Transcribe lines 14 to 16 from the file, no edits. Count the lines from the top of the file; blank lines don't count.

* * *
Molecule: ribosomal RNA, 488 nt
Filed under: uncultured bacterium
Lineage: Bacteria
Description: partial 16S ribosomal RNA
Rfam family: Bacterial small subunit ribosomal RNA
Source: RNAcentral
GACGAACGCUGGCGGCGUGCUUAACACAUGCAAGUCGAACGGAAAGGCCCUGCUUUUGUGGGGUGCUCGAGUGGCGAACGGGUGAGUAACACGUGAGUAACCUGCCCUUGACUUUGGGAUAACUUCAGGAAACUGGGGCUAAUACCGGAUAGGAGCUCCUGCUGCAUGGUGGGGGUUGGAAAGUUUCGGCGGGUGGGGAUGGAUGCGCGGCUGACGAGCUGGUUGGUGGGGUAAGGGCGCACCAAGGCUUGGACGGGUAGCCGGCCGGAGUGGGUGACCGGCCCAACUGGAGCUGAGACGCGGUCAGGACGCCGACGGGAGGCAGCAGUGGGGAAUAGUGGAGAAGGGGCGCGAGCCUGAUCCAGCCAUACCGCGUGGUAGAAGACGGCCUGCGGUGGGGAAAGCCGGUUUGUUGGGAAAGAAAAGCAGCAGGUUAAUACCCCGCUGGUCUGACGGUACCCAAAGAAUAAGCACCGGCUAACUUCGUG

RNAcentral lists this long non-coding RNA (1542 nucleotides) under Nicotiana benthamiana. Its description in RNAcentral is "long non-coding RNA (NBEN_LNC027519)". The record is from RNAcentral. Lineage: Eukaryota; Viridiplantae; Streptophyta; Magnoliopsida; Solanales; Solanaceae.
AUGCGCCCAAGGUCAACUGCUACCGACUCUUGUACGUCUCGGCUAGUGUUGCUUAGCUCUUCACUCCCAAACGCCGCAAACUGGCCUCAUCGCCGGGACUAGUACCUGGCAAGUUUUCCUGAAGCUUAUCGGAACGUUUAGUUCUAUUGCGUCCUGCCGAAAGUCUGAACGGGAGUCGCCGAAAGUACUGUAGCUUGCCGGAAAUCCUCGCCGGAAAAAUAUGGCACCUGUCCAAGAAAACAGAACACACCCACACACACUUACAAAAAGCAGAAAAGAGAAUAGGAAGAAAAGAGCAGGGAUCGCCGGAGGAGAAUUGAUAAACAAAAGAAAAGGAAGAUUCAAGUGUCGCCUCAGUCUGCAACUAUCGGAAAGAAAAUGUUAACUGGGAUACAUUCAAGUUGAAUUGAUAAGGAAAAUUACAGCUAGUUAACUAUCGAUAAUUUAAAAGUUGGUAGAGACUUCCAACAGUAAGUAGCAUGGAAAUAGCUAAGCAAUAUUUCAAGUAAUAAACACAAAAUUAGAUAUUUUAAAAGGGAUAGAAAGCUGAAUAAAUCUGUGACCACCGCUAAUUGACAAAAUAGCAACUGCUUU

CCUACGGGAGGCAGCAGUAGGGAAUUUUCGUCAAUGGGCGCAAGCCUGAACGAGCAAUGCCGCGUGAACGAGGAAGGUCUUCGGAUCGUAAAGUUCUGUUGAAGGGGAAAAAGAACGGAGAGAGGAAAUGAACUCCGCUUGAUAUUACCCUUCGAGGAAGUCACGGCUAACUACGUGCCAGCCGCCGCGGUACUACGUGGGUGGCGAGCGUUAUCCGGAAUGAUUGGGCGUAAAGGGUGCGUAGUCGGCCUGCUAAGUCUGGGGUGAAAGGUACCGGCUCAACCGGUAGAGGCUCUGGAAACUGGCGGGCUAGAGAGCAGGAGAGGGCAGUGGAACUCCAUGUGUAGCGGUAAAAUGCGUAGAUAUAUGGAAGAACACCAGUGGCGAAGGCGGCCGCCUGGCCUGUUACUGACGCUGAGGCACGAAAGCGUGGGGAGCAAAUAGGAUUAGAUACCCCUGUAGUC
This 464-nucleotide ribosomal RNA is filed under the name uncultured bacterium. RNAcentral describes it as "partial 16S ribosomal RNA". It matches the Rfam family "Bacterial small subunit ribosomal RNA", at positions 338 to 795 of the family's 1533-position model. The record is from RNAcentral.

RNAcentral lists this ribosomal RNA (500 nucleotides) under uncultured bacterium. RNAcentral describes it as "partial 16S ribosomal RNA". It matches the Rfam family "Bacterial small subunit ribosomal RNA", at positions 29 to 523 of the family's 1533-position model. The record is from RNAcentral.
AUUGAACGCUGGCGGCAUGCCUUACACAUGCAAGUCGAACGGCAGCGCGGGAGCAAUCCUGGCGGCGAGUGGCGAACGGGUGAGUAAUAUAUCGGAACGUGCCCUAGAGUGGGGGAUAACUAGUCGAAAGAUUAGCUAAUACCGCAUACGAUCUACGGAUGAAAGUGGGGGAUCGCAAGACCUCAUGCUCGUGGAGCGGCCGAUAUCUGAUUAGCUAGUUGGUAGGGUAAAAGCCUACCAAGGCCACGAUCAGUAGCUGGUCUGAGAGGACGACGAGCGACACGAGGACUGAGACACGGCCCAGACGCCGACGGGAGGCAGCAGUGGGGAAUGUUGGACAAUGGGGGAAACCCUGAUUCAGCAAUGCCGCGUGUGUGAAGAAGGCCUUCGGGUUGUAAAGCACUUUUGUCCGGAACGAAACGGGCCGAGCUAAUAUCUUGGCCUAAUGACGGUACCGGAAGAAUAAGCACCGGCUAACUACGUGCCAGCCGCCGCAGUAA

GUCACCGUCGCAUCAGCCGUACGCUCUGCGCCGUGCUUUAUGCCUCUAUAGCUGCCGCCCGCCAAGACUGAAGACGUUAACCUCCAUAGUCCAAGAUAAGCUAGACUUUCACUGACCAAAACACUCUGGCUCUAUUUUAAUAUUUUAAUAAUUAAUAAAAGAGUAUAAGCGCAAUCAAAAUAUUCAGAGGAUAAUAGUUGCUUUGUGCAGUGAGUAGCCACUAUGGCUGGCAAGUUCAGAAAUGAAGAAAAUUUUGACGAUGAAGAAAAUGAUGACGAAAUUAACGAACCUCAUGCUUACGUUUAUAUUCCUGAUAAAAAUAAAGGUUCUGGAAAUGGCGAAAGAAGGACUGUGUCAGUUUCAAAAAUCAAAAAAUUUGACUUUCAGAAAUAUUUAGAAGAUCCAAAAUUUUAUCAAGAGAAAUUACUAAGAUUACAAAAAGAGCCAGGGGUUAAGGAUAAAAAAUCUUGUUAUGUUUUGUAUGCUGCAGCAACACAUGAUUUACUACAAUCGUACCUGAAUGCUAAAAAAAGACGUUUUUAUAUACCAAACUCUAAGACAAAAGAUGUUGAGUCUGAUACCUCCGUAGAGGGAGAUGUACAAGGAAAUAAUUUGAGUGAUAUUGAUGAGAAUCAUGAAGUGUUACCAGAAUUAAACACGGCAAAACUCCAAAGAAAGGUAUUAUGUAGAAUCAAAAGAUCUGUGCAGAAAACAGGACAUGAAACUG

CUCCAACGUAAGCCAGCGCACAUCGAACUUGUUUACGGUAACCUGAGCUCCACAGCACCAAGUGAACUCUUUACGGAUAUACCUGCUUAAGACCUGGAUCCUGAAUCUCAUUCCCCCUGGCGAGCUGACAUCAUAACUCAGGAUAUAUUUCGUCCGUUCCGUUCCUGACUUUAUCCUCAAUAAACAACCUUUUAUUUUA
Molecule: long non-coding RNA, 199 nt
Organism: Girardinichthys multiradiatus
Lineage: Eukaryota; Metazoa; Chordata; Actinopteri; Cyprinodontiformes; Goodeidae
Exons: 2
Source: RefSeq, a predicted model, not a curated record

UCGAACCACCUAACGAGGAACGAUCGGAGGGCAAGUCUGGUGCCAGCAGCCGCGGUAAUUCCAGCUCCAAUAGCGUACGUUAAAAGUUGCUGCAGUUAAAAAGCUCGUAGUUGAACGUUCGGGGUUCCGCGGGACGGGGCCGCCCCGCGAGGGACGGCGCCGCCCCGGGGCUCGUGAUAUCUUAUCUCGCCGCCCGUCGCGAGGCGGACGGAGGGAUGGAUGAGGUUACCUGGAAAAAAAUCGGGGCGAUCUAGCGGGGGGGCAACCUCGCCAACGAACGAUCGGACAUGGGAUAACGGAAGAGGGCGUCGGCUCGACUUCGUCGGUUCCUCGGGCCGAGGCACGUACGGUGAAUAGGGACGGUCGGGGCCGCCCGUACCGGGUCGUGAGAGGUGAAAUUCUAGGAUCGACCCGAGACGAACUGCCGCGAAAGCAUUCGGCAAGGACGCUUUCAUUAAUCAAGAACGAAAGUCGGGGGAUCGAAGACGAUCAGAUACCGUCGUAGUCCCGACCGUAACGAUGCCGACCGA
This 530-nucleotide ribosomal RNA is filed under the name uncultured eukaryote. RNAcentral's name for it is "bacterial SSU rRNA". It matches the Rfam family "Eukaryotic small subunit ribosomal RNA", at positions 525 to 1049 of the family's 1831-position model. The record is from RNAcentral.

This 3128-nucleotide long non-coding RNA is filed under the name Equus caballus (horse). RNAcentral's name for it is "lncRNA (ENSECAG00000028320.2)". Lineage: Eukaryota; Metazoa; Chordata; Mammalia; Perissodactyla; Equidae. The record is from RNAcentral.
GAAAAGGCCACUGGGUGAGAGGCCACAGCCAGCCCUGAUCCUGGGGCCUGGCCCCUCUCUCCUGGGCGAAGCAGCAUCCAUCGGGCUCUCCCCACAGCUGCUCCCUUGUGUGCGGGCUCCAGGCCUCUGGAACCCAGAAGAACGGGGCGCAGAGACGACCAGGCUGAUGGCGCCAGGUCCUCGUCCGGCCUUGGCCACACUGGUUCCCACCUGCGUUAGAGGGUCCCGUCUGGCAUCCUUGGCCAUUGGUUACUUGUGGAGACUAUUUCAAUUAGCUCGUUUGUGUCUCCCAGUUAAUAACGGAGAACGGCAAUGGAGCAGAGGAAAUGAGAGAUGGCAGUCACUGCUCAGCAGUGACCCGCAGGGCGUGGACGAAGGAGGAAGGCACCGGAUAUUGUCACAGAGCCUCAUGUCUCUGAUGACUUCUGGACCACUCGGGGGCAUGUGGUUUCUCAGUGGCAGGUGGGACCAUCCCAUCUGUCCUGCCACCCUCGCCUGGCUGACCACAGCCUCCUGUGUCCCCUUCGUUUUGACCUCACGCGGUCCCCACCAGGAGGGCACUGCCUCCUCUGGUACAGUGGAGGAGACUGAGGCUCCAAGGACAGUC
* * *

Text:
GUCACCGUCGCAUCAGCCGUACGCUCUGCGCCGUGCUUUAUGCCUCUAUAGCUGCCGCCCGCCAAGACUGAAGACGUUAACCUCCAUAGUCCAAGAUAAGCUAGACUUUCACUGACCAAAACACUCUGGCUCUAUUUUAAUAUUUUAAUAAUUAAUAAAAGAGUAUAAGCGCAAUCAAAAUAUUCAGAGGAUAAUAGUUGCUUUGUGCAGUGAGUAGCCACUAUGGCUGGCAAGUUCAGAAAUGAAGAAAAUUUUGACGAUGAAGAAAAUGAUGACGAAAUUAACGAACCUCAUGCUUACGUUUAUAUUCCUGAUAAAAAUAAAGGUUCUGGAAAUGGCGAAAGAAGGACUGUGUCAGUUUCAAAAAUCAAAAAAUUUGACUUUCAGAAAUAUUUAGAAGAUCCAAAAUUUUAUCAAGAGAAAUUACUAAGAUUACAAAAAGAGCCAGGGGUUAAGGAUAAAAAAUCUUGUUAUGUUUUGUAUGCUGCAGCAACACAUGAUUUACUACAAUCGUACCUGAAUGCUAAAAAAAGACGUUUUUAUAUACCAAACUCUAAGACAAAAGAUGUUGAGUCUGAUACCUCCGUAGAGGGAGAUGUACAAGGAAAUAAUUUGAGUGAUAUUGAUGAGAAUCAUGAAGUGUUACCAGAAUUAAACACGGCAAAACUCCAAAGAAAGGUAUUAUGUAGAAUCAAAAGAUCUGUGCAGAAAACAGGACAUGAAACUG

CUCCAACGUAAGCCAGCGCACAUCGAACUUGUUUACGGUAACCUGAGCUCCACAGCACCAAGUGAACUCUUUACGGAUAUACCUGCUUAAGACCUGGAUCCUGAAUCUCAUUCCCCCUGGCGAGCUGACAUCAUAACUCAGGAUAUAUUUCGUCCGUUCCGUUCCUGACUUUAUCCUCAAUAAACAACCUUUUAUUUUA
Molecule: long non-coding RNA, 199 nt